Medical Assistant Job Description
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Medical Lab Assistant Job Duties
Medical lab assistants play an essential role in healthcare. Assisting medical lab technicians, they’re responsible for sampling, testing, measuring, recording, and analyzing specimens in cooperation with the rest of the laboratory professional team. Day-to-day job responsibilities include:
- Processing clinical laboratory specimens
- Performing routine and specialized tests
- Preparing and staining slides for analysis
- Performing phlebotomy
- Recording testing information
- Cleaning and restocking the lab facility
- Keeping inventory and ordering lab supplies
Medical lab assistants work with medical lab technicians and technologists, pathologists, phlebotomists, nurses, healthcare providers, and other healthcare professionals in a variety of settings, including physician’s offices, hospitals, clinics, corporate laboratories and other medical testing facilities. Depending on where they work, the typical schedule for a full-time medical lab assistant can vary, including working nights, weekends, and holidays since hospitals and healthcare facilities need to run tests and perform lab work at all hours of the day.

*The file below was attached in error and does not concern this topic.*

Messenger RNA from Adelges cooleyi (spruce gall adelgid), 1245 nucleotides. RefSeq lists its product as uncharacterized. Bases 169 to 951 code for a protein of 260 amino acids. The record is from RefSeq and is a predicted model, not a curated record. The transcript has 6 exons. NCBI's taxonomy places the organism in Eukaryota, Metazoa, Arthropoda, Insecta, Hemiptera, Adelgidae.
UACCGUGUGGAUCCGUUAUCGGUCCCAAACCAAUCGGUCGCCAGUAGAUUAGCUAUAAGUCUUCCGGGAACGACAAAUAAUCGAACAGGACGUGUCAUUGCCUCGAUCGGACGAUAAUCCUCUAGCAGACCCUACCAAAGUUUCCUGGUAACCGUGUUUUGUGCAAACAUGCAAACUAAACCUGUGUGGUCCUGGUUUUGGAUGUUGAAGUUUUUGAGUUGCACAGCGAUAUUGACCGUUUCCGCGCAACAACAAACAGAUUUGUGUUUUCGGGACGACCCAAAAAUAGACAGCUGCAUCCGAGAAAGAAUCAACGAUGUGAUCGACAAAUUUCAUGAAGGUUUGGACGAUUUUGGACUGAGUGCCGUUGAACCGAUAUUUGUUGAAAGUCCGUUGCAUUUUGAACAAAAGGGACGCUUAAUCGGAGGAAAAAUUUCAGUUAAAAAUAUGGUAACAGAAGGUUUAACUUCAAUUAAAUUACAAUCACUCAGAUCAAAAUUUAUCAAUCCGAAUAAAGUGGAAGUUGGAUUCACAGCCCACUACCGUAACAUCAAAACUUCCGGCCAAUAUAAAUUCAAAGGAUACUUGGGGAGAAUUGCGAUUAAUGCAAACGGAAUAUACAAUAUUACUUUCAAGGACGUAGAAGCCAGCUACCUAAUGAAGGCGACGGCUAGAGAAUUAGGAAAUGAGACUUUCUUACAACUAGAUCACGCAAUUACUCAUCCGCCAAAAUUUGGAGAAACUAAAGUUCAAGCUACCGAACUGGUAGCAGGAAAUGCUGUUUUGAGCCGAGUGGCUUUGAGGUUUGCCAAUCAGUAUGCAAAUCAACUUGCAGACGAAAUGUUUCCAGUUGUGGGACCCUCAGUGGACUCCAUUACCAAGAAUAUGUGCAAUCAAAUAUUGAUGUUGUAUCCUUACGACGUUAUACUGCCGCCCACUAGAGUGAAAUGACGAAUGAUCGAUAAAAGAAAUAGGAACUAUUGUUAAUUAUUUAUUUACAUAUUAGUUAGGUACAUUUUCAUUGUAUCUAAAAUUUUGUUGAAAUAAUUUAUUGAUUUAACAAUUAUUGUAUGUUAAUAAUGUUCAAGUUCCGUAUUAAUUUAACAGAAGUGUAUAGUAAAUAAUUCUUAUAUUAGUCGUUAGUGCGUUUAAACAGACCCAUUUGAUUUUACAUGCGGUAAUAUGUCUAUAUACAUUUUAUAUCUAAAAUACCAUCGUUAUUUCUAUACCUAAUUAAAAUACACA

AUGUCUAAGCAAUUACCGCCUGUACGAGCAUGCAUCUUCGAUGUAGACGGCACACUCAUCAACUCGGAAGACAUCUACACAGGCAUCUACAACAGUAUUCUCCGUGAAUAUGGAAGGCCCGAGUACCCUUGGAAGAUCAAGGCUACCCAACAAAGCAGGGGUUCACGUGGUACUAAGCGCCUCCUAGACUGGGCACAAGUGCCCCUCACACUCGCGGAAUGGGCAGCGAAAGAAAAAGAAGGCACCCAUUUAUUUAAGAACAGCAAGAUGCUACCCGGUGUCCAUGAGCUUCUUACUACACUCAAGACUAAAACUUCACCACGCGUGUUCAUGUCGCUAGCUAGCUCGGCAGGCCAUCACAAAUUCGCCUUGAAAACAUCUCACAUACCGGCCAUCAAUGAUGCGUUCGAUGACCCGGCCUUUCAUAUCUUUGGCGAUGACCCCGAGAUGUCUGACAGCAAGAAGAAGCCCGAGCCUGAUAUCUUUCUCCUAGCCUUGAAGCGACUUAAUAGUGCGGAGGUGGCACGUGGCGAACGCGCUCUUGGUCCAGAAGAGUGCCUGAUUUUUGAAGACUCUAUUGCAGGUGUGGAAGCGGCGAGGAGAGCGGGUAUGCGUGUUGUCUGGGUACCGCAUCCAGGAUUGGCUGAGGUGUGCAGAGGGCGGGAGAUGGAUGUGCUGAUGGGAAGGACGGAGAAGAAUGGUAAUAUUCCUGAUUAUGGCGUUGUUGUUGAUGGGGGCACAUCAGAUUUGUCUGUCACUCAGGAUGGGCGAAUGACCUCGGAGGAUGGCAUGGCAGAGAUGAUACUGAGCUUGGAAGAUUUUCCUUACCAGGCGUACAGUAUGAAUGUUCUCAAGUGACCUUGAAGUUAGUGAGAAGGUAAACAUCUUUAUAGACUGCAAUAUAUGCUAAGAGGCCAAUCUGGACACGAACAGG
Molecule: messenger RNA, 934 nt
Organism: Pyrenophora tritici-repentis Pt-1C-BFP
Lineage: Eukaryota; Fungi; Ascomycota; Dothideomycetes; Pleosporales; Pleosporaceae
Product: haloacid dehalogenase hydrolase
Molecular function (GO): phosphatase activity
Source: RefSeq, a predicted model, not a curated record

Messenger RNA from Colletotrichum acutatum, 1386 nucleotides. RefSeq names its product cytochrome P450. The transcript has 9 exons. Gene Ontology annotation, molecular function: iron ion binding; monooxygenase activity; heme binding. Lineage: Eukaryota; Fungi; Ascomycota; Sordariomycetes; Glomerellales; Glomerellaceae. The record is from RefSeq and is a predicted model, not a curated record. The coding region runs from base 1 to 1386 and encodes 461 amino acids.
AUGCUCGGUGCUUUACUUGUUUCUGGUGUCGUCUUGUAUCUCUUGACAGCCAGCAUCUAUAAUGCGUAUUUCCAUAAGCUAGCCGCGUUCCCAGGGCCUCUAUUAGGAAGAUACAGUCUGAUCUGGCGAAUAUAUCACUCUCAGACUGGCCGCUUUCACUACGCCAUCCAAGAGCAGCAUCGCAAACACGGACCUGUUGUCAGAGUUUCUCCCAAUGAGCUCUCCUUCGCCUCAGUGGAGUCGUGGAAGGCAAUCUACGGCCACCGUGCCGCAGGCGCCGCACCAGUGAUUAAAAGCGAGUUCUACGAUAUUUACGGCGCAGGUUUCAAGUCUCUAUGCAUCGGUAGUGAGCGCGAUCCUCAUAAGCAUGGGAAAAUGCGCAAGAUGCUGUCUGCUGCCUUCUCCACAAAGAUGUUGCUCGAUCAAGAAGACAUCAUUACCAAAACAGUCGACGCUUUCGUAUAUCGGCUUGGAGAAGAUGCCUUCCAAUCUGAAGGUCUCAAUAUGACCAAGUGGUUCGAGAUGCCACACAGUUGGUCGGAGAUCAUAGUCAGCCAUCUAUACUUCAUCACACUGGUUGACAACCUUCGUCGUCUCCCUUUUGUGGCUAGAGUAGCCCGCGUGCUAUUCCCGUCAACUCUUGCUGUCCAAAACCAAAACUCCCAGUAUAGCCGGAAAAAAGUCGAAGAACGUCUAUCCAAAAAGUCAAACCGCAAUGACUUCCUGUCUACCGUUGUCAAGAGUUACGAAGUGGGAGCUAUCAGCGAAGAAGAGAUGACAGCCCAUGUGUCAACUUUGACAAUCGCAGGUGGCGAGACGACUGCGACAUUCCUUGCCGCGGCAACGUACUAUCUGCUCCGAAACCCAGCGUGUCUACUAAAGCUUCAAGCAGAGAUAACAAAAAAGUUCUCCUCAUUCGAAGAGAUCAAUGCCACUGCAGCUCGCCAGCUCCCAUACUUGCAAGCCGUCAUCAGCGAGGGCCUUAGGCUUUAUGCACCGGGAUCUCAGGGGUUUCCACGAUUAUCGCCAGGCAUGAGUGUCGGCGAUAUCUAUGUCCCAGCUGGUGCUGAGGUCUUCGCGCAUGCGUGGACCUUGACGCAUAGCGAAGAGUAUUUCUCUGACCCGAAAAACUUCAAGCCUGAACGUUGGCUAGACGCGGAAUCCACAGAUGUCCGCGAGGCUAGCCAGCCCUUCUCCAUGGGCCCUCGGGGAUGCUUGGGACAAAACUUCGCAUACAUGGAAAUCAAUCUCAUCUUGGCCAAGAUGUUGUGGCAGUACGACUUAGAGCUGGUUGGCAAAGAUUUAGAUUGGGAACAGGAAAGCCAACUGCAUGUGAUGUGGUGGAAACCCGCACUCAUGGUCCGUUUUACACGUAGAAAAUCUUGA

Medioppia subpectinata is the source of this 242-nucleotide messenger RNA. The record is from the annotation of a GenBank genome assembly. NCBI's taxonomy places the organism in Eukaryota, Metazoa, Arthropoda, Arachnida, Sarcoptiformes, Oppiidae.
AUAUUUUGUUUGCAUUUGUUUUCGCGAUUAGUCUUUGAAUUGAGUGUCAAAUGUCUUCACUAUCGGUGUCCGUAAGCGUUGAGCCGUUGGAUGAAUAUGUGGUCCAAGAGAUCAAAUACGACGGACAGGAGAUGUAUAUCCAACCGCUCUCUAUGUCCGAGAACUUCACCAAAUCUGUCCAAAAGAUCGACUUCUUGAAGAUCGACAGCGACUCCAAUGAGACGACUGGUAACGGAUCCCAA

The salary for this role varies based on facility, location, and experience, but the average annual salary is $38,600 per year.*
Jobs in healthcare are in-demand and expected to grow over the next decade, offering plenty of opportunities for those looking to start new, rewarding careers in the industry. The following estimates from the Department of Labor provide insights into the growing industry.
- As the fastest growing job sector, the healthcare industry is expected to add over 2 million new jobs by 2031.**
- Jobs in the field are expected to grow by around 13%, much faster than average, over the next decade.**
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*PayScale. “Average Laboratory Assistant Base Salary” Payscale.com. Accessed March 23, 2023.
Statements found on PayScale are not a guarantee of any post-graduation salary, in part because the data used to estimate salaries includes workers from differing educational backgrounds, levels of experience, and geographic areas of the country.
**Bureau of Labor Statistics, U.S. Department of Labor. “Healthcare Occupations.” Occupational Outlook Handbook. Accessed March 23, 2023.
Statements found in the United States Department of Labor Occupational Outlook Handbook are not a guarantee of any post-graduation salary, in part because the data used to create the Occupational Outlook Handbook includes workers from differing educational backgrounds, levels of experience, and geographic areas of the country.